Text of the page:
Snow transport chaos to be reviewed
An urgent review of how the UK's transport systems have performed during the big freeze is under way as thousands face yet more disruption.
Two major airports - Edinburgh and London Gatwick - have been closed and travellers using roads and railways faced major delays.
With criticism mounting of efforts to keep Britain moving during the cold spell, Transport Secretary Philip Hammond announced a review of how transport operators have coped.
He said: "We took urgent action during the summer which means we're better prepared for severe weather than last year - a national strategic salt reserve exists for the first time. But I share the frustration of the travelling public and we need to be sure that we are doing everything possible to keep Britain moving.
"Complacency is not an option. There are lessons to be learned from our performance in every bout of bad weather and it is important that we learn those now. Unfortunately, in extreme weather conditions some disruption is inevitable but there is no excuse for poor communication with passengers and motorists."
Up to 20cm (8in) of fresh snowfall is expected to fall on the east of England on Thursday, with London and the South East also being hit by more blizzards. Temperatures across the UK will struggle to break zero but experts offered some respite, predicting that the wintry weather will ease off slightly tomorrow.
The Met Office has issued severe warnings of heavy snow in the North East, Yorkshire and Humber, the East, the South West and London and the South East. Temperatures fell to minus 18.6C in the Scottish Highlands on Thursday morning, with warnings also applying to Grampian, Strathclyde, Central, Tayside, Fife, South West and Lothian and Borders.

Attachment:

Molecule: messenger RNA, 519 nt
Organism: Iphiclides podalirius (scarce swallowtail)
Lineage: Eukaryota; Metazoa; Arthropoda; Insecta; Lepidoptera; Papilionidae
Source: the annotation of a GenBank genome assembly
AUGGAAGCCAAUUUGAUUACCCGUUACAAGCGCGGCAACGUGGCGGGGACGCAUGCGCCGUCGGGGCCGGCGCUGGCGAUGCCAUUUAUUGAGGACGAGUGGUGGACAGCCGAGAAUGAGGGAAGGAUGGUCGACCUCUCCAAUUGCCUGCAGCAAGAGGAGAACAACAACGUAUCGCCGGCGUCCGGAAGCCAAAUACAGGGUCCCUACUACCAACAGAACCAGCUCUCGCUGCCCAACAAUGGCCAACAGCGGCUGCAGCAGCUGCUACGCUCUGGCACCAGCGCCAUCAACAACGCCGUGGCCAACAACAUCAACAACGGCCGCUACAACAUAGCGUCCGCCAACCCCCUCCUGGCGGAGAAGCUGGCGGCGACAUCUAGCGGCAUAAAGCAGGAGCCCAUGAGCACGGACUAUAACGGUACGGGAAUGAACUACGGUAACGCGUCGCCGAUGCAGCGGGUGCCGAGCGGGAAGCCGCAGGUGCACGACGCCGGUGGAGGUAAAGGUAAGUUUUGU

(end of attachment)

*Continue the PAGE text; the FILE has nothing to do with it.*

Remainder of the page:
Gatwick Airport will remain closed all day due to the severe weather conditions, with officials warning it will not reopen until at least 6am on Friday. Edinburgh Airport was also closed this morning, but staff were hopeful the runway would reopen later and at London's City Airport the runways will remain closed until noon.
Derek Turner, director of operations at the Highways Agency, said there was no shortage of salt: "At this stage I don't think the country has a salt shortage at all. Certainly the Highways Agency has more salt than it had last year, and we have supplies coming from overseas to create a national stockpile should the weather continue."
But he added that people should be cautious about making any journey: "Safety is paramount and it's really important that people who are setting out have to think about whether their journey is really necessary and, if it is, they take appropriate precautions - taking a shovel, warm clothing, something to eat, something to drink, so that should their journey be obstructed or longer than they anticipated, they are safe.